This infamous sign from all my history classes took on new meaning today. Rita and I toured Auschwitz, the biggest concentration camp during the Nazi invasion of WWII. Seeing the camp was incredibly sobering. We walked through the barracks, heard stories of countless lives lost by starvation, and saw the suitcases of everyone who was deported to this concentration camp. The tear jerker, however, was that an Auschwitz survivor happened to be visiting today also. Just seeing an adorable elderly man wearing his hat with the identification number barred across the top was almost too much to handle. And, to imagine his life, in that very place, and all that he had gone through to be alive today. Just processing that was incredibly tough.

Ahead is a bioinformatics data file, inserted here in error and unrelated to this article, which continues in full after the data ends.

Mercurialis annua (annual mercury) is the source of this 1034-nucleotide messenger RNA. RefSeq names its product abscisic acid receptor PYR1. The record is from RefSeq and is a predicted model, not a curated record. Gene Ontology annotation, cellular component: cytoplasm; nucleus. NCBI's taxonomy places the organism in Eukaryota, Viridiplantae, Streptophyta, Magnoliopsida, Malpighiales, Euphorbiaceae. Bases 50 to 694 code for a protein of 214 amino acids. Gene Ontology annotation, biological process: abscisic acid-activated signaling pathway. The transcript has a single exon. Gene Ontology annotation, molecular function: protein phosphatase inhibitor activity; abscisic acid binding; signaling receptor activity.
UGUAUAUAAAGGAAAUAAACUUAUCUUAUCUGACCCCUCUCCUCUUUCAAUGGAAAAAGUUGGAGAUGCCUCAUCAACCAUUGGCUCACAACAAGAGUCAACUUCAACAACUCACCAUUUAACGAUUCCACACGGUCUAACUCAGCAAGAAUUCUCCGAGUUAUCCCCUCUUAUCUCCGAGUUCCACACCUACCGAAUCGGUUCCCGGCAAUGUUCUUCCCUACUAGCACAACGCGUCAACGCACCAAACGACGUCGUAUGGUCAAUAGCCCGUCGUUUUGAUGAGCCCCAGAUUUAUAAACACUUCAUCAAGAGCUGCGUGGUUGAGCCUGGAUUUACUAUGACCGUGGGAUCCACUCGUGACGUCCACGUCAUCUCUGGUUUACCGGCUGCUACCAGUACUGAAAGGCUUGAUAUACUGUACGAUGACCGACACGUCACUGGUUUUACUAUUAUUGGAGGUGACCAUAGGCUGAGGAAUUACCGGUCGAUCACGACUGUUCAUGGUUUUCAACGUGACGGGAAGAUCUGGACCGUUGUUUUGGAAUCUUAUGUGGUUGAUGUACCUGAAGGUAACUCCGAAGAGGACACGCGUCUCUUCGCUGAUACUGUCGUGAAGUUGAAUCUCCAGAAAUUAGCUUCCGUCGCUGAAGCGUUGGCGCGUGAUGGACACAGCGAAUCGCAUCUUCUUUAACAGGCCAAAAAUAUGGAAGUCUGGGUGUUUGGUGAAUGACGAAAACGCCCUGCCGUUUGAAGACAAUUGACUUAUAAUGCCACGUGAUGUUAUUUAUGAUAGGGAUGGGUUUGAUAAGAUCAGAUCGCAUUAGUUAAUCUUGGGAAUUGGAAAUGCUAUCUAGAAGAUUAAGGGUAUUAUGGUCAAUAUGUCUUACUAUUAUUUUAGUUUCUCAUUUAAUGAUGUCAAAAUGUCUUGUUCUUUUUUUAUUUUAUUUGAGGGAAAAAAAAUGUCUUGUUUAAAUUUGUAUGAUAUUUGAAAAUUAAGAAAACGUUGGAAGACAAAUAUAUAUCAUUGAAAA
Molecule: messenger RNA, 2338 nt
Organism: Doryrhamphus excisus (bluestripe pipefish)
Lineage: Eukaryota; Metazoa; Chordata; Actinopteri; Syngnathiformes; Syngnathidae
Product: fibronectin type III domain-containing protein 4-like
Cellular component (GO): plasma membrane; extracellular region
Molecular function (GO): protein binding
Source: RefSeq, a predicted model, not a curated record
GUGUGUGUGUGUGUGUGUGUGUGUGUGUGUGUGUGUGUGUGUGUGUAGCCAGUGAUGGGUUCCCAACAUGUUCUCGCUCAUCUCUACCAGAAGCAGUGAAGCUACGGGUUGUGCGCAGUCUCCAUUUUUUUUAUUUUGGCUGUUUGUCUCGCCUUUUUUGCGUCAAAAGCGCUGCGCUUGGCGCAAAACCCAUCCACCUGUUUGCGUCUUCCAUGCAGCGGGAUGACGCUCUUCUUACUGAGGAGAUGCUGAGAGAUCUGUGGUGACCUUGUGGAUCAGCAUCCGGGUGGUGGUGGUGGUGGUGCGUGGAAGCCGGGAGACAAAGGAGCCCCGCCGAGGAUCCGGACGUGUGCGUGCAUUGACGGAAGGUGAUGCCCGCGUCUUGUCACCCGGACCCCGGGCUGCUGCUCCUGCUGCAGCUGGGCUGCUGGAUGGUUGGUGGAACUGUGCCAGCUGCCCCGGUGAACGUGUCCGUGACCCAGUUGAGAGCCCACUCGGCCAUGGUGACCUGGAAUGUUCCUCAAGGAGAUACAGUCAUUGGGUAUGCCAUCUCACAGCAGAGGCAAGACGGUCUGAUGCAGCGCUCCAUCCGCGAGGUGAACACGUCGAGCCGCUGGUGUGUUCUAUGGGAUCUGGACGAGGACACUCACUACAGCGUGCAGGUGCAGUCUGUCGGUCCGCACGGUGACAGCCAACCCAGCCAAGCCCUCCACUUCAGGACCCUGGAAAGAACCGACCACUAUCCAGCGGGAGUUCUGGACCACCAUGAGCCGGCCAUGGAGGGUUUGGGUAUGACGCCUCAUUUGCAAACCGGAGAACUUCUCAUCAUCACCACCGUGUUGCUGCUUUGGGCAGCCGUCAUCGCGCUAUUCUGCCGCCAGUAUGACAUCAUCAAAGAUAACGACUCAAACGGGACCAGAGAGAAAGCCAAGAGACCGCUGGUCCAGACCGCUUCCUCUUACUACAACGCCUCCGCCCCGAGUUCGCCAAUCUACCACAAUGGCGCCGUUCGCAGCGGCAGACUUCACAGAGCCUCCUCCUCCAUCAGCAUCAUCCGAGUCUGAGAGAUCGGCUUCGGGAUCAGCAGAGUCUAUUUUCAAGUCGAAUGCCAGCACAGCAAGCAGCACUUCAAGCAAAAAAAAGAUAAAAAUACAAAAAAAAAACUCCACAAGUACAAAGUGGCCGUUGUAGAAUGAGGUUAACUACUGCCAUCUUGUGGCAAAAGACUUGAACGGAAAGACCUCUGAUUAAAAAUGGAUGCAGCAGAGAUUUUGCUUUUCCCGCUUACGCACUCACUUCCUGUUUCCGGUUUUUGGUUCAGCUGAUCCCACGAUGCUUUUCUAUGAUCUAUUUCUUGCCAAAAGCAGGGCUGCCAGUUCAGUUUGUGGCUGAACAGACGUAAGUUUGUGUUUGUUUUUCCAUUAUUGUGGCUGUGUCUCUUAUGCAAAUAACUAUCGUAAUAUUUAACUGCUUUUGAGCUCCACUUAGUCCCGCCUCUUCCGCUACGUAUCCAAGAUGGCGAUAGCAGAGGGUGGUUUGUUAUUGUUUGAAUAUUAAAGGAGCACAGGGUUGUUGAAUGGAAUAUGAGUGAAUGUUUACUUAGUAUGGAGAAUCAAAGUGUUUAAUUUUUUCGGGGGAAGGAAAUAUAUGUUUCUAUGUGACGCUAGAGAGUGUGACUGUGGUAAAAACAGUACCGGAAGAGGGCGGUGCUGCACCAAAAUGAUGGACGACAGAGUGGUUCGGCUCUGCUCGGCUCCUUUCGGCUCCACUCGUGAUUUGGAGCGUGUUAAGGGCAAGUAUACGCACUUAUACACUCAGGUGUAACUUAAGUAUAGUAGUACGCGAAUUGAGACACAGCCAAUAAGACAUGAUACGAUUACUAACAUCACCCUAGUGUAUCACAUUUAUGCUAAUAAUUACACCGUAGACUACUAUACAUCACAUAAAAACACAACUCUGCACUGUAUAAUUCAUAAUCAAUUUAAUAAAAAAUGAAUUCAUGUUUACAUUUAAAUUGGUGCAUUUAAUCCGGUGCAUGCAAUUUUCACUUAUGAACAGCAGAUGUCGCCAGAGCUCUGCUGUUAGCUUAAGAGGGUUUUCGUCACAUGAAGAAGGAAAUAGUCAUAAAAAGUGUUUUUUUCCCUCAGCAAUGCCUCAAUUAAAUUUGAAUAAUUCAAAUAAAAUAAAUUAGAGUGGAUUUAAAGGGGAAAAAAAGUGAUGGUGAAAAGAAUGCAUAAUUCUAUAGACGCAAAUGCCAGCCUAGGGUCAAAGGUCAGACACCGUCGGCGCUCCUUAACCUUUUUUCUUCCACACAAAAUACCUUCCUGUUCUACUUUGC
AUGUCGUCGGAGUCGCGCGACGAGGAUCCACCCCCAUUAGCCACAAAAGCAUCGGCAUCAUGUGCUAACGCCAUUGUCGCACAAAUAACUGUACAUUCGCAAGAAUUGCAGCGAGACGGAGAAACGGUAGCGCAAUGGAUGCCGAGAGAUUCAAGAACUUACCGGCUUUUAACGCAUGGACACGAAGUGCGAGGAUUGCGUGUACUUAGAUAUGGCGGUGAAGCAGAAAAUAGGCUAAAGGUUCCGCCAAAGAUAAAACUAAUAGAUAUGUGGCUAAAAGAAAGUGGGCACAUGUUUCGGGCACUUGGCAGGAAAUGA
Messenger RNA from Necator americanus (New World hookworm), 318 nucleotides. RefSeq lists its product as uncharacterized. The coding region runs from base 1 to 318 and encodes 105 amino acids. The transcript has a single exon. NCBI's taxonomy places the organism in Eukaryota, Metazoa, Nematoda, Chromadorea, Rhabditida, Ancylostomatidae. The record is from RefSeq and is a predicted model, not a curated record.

Bringing it closer to home, I have been complaining for two weeks straight now that my boots are letting water in through the worn soles. Today, we saw 90,000 pairs of shoes that had belonged to this inhabitants of Auschwitz upon their arrival. Every role call, torture session, and work day was done barefoot in thin matching outfits. And here I am, simply walking around, dressed in warm coats, hats, scarves, and gloves...whining about a little snow making my feet cold. Similarly, Rita slept terribly on our overnight train last night. She had been complaining about the tiny beds and loud noises that kept her from a good night's rest. As we came into the barracks today, we saw tiny tiny beds that five prisoners slept in every night. Rita quickly said, "our train bed is looking pretty good now." And she was so right, it's easy to complain until you see someone who was in an exponentially worse situation.
The whole experience at Auschwitz was difficult to stomach but also certainly worthwhile. Here are a few snaps to give you a taste.